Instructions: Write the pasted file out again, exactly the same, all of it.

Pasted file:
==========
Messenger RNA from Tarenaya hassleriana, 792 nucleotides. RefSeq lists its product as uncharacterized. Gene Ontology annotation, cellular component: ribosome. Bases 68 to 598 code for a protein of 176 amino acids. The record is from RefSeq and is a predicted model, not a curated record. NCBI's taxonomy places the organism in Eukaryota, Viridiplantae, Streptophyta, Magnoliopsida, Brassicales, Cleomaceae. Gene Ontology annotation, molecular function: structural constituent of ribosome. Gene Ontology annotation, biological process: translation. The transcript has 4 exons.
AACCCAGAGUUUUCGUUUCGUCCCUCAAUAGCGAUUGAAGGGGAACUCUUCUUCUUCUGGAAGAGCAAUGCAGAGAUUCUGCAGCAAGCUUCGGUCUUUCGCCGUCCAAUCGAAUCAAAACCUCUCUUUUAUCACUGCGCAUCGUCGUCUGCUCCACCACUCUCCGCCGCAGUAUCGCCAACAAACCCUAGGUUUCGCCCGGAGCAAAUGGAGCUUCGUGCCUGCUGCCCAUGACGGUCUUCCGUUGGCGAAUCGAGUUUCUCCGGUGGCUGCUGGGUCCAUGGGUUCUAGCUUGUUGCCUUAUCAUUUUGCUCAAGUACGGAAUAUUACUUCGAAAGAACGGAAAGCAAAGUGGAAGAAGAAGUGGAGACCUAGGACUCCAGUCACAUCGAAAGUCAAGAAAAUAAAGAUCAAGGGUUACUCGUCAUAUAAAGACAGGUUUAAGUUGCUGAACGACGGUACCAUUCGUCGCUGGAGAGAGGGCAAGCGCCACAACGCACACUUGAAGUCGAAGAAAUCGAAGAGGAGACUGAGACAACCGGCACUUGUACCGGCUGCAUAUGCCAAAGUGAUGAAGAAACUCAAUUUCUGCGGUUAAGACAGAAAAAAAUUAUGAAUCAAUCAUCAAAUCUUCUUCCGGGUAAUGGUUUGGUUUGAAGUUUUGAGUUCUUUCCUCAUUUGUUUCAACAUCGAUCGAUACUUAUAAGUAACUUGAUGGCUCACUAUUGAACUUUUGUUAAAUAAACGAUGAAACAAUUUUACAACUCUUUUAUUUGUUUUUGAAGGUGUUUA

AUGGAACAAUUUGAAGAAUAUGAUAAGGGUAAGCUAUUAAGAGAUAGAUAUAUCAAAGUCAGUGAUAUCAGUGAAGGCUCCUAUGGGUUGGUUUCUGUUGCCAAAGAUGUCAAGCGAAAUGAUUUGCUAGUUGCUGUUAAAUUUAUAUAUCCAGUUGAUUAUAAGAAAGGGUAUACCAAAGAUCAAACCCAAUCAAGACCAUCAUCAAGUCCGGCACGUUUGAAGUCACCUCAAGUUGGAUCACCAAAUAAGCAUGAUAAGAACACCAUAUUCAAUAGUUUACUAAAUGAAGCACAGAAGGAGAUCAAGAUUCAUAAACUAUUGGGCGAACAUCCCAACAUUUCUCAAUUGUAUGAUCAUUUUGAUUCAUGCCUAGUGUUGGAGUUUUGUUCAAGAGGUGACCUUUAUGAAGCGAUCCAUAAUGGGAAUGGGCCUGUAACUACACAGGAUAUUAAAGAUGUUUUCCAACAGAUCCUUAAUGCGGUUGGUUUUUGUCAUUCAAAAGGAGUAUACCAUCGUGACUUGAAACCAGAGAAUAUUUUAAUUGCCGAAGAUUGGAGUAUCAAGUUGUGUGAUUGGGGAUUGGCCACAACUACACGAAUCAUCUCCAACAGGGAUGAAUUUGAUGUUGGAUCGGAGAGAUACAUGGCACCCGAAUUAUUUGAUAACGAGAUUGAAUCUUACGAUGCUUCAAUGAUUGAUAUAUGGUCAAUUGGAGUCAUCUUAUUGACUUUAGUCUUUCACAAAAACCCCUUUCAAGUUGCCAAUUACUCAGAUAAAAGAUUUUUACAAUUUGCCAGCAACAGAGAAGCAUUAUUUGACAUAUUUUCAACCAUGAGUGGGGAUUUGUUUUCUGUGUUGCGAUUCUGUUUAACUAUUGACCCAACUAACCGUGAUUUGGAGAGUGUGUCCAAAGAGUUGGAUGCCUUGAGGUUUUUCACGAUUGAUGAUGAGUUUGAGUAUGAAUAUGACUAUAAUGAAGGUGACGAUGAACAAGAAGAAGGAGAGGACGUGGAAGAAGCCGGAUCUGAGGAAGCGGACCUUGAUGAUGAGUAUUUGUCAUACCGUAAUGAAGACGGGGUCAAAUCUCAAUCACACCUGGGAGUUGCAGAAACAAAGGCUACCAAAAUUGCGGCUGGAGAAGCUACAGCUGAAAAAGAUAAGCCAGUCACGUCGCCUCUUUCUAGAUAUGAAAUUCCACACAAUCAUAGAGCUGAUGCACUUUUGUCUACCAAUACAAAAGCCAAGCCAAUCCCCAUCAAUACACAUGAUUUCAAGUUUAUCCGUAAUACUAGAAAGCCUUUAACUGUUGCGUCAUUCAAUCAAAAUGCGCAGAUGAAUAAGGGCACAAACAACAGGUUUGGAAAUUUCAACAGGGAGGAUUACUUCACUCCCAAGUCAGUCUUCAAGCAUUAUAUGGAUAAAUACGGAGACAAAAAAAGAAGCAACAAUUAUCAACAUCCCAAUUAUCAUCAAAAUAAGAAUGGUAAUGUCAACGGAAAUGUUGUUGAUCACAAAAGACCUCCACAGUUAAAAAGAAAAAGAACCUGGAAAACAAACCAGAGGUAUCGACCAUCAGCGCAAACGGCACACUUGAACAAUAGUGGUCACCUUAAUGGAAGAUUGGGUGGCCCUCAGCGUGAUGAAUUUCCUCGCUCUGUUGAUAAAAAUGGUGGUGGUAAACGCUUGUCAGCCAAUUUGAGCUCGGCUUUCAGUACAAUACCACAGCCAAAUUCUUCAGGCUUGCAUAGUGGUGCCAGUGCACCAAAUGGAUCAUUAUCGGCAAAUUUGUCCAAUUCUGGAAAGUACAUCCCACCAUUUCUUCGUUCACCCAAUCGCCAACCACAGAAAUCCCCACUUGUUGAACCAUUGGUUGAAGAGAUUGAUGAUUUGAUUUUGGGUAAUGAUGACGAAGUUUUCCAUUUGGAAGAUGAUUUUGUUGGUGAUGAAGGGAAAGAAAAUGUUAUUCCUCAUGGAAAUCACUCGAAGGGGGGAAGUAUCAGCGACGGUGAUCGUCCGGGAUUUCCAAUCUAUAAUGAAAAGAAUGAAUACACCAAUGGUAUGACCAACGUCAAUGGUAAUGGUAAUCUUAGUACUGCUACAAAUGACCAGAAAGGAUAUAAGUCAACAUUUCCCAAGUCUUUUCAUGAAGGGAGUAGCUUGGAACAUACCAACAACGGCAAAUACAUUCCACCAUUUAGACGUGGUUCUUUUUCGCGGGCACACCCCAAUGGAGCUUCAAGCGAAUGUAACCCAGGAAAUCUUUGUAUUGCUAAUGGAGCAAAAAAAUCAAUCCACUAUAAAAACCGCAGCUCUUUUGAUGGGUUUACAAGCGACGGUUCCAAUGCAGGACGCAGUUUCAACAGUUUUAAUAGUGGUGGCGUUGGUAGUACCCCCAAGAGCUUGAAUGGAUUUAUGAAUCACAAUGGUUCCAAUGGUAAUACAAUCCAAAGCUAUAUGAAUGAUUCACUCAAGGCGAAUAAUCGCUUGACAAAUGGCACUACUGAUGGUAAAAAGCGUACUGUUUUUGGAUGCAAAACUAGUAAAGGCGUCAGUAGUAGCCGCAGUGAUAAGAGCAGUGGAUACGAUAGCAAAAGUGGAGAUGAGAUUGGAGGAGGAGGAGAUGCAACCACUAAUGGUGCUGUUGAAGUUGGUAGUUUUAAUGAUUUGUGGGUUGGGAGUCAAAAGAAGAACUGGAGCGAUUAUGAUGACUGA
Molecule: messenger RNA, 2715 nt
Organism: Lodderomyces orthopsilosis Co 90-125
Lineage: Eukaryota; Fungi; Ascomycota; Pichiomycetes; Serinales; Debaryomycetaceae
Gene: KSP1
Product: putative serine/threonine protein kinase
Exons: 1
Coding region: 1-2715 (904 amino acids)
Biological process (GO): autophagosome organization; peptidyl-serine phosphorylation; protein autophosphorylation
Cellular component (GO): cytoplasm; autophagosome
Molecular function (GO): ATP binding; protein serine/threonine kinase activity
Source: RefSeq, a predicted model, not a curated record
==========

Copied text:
Messenger RNA from Tarenaya hassleriana, 792 nucleotides. RefSeq lists its product as uncharacterized. Gene Ontology annotation, cellular component: ribosome. Bases 68 to 598 code for a protein of 176 amino acids. The record is from RefSeq and is a predicted model, not a curated record. NCBI's taxonomy places the organism in Eukaryota, Viridiplantae, Streptophyta, Magnoliopsida, Brassicales, Cleomaceae. Gene Ontology annotation, molecular function: structural constituent of ribosome. Gene Ontology annotation, biological process: translation. The transcript has 4 exons.
AACCCAGAGUUUUCGUUUCGUCCCUCAAUAGCGAUUGAAGGGGAACUCUUCUUCUUCUGGAAGAGCAAUGCAGAGAUUCUGCAGCAAGCUUCGGUCUUUCGCCGUCCAAUCGAAUCAAAACCUCUCUUUUAUCACUGCGCAUCGUCGUCUGCUCCACCACUCUCCGCCGCAGUAUCGCCAACAAACCCUAGGUUUCGCCCGGAGCAAAUGGAGCUUCGUGCCUGCUGCCCAUGACGGUCUUCCGUUGGCGAAUCGAGUUUCUCCGGUGGCUGCUGGGUCCAUGGGUUCUAGCUUGUUGCCUUAUCAUUUUGCUCAAGUACGGAAUAUUACUUCGAAAGAACGGAAAGCAAAGUGGAAGAAGAAGUGGAGACCUAGGACUCCAGUCACAUCGAAAGUCAAGAAAAUAAAGAUCAAGGGUUACUCGUCAUAUAAAGACAGGUUUAAGUUGCUGAACGACGGUACCAUUCGUCGCUGGAGAGAGGGCAAGCGCCACAACGCACACUUGAAGUCGAAGAAAUCGAAGAGGAGACUGAGACAACCGGCACUUGUACCGGCUGCAUAUGCCAAAGUGAUGAAGAAACUCAAUUUCUGCGGUUAAGACAGAAAAAAAUUAUGAAUCAAUCAUCAAAUCUUCUUCCGGGUAAUGGUUUGGUUUGAAGUUUUGAGUUCUUUCCUCAUUUGUUUCAACAUCGAUCGAUACUUAUAAGUAACUUGAUGGCUCACUAUUGAACUUUUGUUAAAUAAACGAUGAAACAAUUUUACAACUCUUUUAUUUGUUUUUGAAGGUGUUUA

AUGGAACAAUUUGAAGAAUAUGAUAAGGGUAAGCUAUUAAGAGAUAGAUAUAUCAAAGUCAGUGAUAUCAGUGAAGGCUCCUAUGGGUUGGUUUCUGUUGCCAAAGAUGUCAAGCGAAAUGAUUUGCUAGUUGCUGUUAAAUUUAUAUAUCCAGUUGAUUAUAAGAAAGGGUAUACCAAAGAUCAAACCCAAUCAAGACCAUCAUCAAGUCCGGCACGUUUGAAGUCACCUCAAGUUGGAUCACCAAAUAAGCAUGAUAAGAACACCAUAUUCAAUAGUUUACUAAAUGAAGCACAGAAGGAGAUCAAGAUUCAUAAACUAUUGGGCGAACAUCCCAACAUUUCUCAAUUGUAUGAUCAUUUUGAUUCAUGCCUAGUGUUGGAGUUUUGUUCAAGAGGUGACCUUUAUGAAGCGAUCCAUAAUGGGAAUGGGCCUGUAACUACACAGGAUAUUAAAGAUGUUUUCCAACAGAUCCUUAAUGCGGUUGGUUUUUGUCAUUCAAAAGGAGUAUACCAUCGUGACUUGAAACCAGAGAAUAUUUUAAUUGCCGAAGAUUGGAGUAUCAAGUUGUGUGAUUGGGGAUUGGCCACAACUACACGAAUCAUCUCCAACAGGGAUGAAUUUGAUGUUGGAUCGGAGAGAUACAUGGCACCCGAAUUAUUUGAUAACGAGAUUGAAUCUUACGAUGCUUCAAUGAUUGAUAUAUGGUCAAUUGGAGUCAUCUUAUUGACUUUAGUCUUUCACAAAAACCCCUUUCAAGUUGCCAAUUACUCAGAUAAAAGAUUUUUACAAUUUGCCAGCAACAGAGAAGCAUUAUUUGACAUAUUUUCAACCAUGAGUGGGGAUUUGUUUUCUGUGUUGCGAUUCUGUUUAACUAUUGACCCAACUAACCGUGAUUUGGAGAGUGUGUCCAAAGAGUUGGAUGCCUUGAGGUUUUUCACGAUUGAUGAUGAGUUUGAGUAUGAAUAUGACUAUAAUGAAGGUGACGAUGAACAAGAAGAAGGAGAGGACGUGGAAGAAGCCGGAUCUGAGGAAGCGGACCUUGAUGAUGAGUAUUUGUCAUACCGUAAUGAAGACGGGGUCAAAUCUCAAUCACACCUGGGAGUUGCAGAAACAAAGGCUACCAAAAUUGCGGCUGGAGAAGCUACAGCUGAAAAAGAUAAGCCAGUCACGUCGCCUCUUUCUAGAUAUGAAAUUCCACACAAUCAUAGAGCUGAUGCACUUUUGUCUACCAAUACAAAAGCCAAGCCAAUCCCCAUCAAUACACAUGAUUUCAAGUUUAUCCGUAAUACUAGAAAGCCUUUAACUGUUGCGUCAUUCAAUCAAAAUGCGCAGAUGAAUAAGGGCACAAACAACAGGUUUGGAAAUUUCAACAGGGAGGAUUACUUCACUCCCAAGUCAGUCUUCAAGCAUUAUAUGGAUAAAUACGGAGACAAAAAAAGAAGCAACAAUUAUCAACAUCCCAAUUAUCAUCAAAAUAAGAAUGGUAAUGUCAACGGAAAUGUUGUUGAUCACAAAAGACCUCCACAGUUAAAAAGAAAAAGAACCUGGAAAACAAACCAGAGGUAUCGACCAUCAGCGCAAACGGCACACUUGAACAAUAGUGGUCACCUUAAUGGAAGAUUGGGUGGCCCUCAGCGUGAUGAAUUUCCUCGCUCUGUUGAUAAAAAUGGUGGUGGUAAACGCUUGUCAGCCAAUUUGAGCUCGGCUUUCAGUACAAUACCACAGCCAAAUUCUUCAGGCUUGCAUAGUGGUGCCAGUGCACCAAAUGGAUCAUUAUCGGCAAAUUUGUCCAAUUCUGGAAAGUACAUCCCACCAUUUCUUCGUUCACCCAAUCGCCAACCACAGAAAUCCCCACUUGUUGAACCAUUGGUUGAAGAGAUUGAUGAUUUGAUUUUGGGUAAUGAUGACGAAGUUUUCCAUUUGGAAGAUGAUUUUGUUGGUGAUGAAGGGAAAGAAAAUGUUAUUCCUCAUGGAAAUCACUCGAAGGGGGGAAGUAUCAGCGACGGUGAUCGUCCGGGAUUUCCAAUCUAUAAUGAAAAGAAUGAAUACACCAAUGGUAUGACCAACGUCAAUGGUAAUGGUAAUCUUAGUACUGCUACAAAUGACCAGAAAGGAUAUAAGUCAACAUUUCCCAAGUCUUUUCAUGAAGGGAGUAGCUUGGAACAUACCAACAACGGCAAAUACAUUCCACCAUUUAGACGUGGUUCUUUUUCGCGGGCACACCCCAAUGGAGCUUCAAGCGAAUGUAACCCAGGAAAUCUUUGUAUUGCUAAUGGAGCAAAAAAAUCAAUCCACUAUAAAAACCGCAGCUCUUUUGAUGGGUUUACAAGCGACGGUUCCAAUGCAGGACGCAGUUUCAACAGUUUUAAUAGUGGUGGCGUUGGUAGUACCCCCAAGAGCUUGAAUGGAUUUAUGAAUCACAAUGGUUCCAAUGGUAAUACAAUCCAAAGCUAUAUGAAUGAUUCACUCAAGGCGAAUAAUCGCUUGACAAAUGGCACUACUGAUGGUAAAAAGCGUACUGUUUUUGGAUGCAAAACUAGUAAAGGCGUCAGUAGUAGCCGCAGUGAUAAGAGCAGUGGAUACGAUAGCAAAAGUGGAGAUGAGAUUGGAGGAGGAGGAGAUGCAACCACUAAUGGUGCUGUUGAAGUUGGUAGUUUUAAUGAUUUGUGGGUUGGGAGUCAAAAGAAGAACUGGAGCGAUUAUGAUGACUGA
Molecule: messenger RNA, 2715 nt
Organism: Lodderomyces orthopsilosis Co 90-125
Lineage: Eukaryota; Fungi; Ascomycota; Pichiomycetes; Serinales; Debaryomycetaceae
Gene: KSP1
Product: putative serine/threonine protein kinase
Exons: 1
Coding region: 1-2715 (904 amino acids)
Biological process (GO): autophagosome organization; peptidyl-serine phosphorylation; protein autophosphorylation
Cellular component (GO): cytoplasm; autophagosome
Molecular function (GO): ATP binding; protein serine/threonine kinase activity
Source: RefSeq, a predicted model, not a curated record